Scientists have discovered the structure of a protein linked to pain and heat perception, which plays a role in maintaining a healthy heart, helping dispose of pathogens and inducing cell death in some cancers.
The port-like structure is an ion channel in the cell surface membrane called TRPV2.
“These receptors are gaining particular attention because they are so critical to how we sense and respond to our environment,” said Seok-Yong Lee from Duke University in US.
“Our results give a hint as to how one receptor works, a necessary component for developing new treatments for a variety of conditions involving sensation,” Lee added.
Ion channels are scattered across all cell membranes and act as gatekeepers of information flowing in and out of cells. In the case of TRPV (Transient Receptor Potential Vanilloid), this information takes the form of calcium ions.
Like the turning of a valve, TRPV receptors open in response to noxious heat or other stimuli, allowing an influx of calcium ions that convey a signal through the nervous system to the brain.
Deducing the schematics of these valves can give the blueprint for designing drugs that target ion channels, researchers said.
Unlike TRPV1, which is only found in the nervous system, TRPV2 is present throughout the body and has been implicated in a variety of human conditions, including heart disease, the immune response, and cancer, they said.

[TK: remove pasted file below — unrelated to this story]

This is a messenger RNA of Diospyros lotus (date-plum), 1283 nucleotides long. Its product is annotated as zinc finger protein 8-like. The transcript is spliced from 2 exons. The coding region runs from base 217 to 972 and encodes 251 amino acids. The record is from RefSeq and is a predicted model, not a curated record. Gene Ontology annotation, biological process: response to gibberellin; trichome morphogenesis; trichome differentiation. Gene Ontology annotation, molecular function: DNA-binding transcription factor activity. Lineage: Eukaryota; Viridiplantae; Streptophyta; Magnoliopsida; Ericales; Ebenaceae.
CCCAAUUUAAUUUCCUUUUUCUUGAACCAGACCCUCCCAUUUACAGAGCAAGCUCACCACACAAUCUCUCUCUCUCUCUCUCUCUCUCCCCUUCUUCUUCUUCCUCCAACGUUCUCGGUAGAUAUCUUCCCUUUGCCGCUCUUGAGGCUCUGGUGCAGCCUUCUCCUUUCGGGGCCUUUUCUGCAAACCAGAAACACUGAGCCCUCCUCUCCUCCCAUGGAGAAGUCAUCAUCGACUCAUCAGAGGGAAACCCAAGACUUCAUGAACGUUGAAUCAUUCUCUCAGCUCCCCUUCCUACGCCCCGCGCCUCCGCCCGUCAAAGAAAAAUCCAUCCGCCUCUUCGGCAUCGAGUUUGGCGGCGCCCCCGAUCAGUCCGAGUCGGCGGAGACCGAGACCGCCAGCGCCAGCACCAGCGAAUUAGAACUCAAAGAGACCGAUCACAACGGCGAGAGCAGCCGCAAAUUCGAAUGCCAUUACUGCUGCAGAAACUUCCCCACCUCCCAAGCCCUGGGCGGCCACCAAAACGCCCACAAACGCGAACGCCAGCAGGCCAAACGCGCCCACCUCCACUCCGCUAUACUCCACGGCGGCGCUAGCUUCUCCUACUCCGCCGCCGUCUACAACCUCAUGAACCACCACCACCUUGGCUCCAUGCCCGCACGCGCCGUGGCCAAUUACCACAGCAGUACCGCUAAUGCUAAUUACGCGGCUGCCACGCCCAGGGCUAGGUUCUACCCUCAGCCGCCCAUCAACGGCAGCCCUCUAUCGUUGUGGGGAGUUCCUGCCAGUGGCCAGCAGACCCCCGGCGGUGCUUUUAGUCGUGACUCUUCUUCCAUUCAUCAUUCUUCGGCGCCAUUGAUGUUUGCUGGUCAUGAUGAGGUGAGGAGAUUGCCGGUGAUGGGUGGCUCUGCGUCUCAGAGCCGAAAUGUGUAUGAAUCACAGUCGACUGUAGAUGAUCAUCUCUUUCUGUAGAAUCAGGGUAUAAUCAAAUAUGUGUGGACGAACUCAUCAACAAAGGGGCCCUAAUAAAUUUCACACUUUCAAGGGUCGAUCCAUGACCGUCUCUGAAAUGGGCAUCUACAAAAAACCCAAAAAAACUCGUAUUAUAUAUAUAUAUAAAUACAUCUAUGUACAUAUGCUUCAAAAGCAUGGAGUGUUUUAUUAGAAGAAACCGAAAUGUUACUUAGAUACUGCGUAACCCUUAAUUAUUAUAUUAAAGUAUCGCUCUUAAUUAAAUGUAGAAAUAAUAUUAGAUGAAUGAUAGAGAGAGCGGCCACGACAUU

It took researchers several years to work out the right conditions to keep the protein well dispersed and stable in biochemical solution, so it could be flash frozen and visualised by a technique known as cryo-electron microscopy.
Gabriel Lander, a biologist at the Scripps Research Institute in California used this technique to determine the structure of TRPV2 at near-atomic resolution.
Cryo-electron microscopy works much like regular electron microscopy - electrons are shot at the sample, refracting or bouncing back from dense areas and passing through empty ones.
Lander took about half a million 2D images, which he then ran through a sophisticated computer programme to generate a 3D picture of the protein.
When researchers compared the structure of TRPV2 to TRPV1, they found that it did not fit the mold for either the open or closed confirmation of the closely related protein.
Rather, it seemed to inhabit an in-between stage, suggesting a third state where the channel becomes desensitised to repeated stimuli, much like a person might get used to the beeps of a faulty smoke detector.
Researchers believe that that studying this desensitised state could point to a way to alleviate chronic pain in people. The findings were published in the journal Nature Structural and Molecular Biology.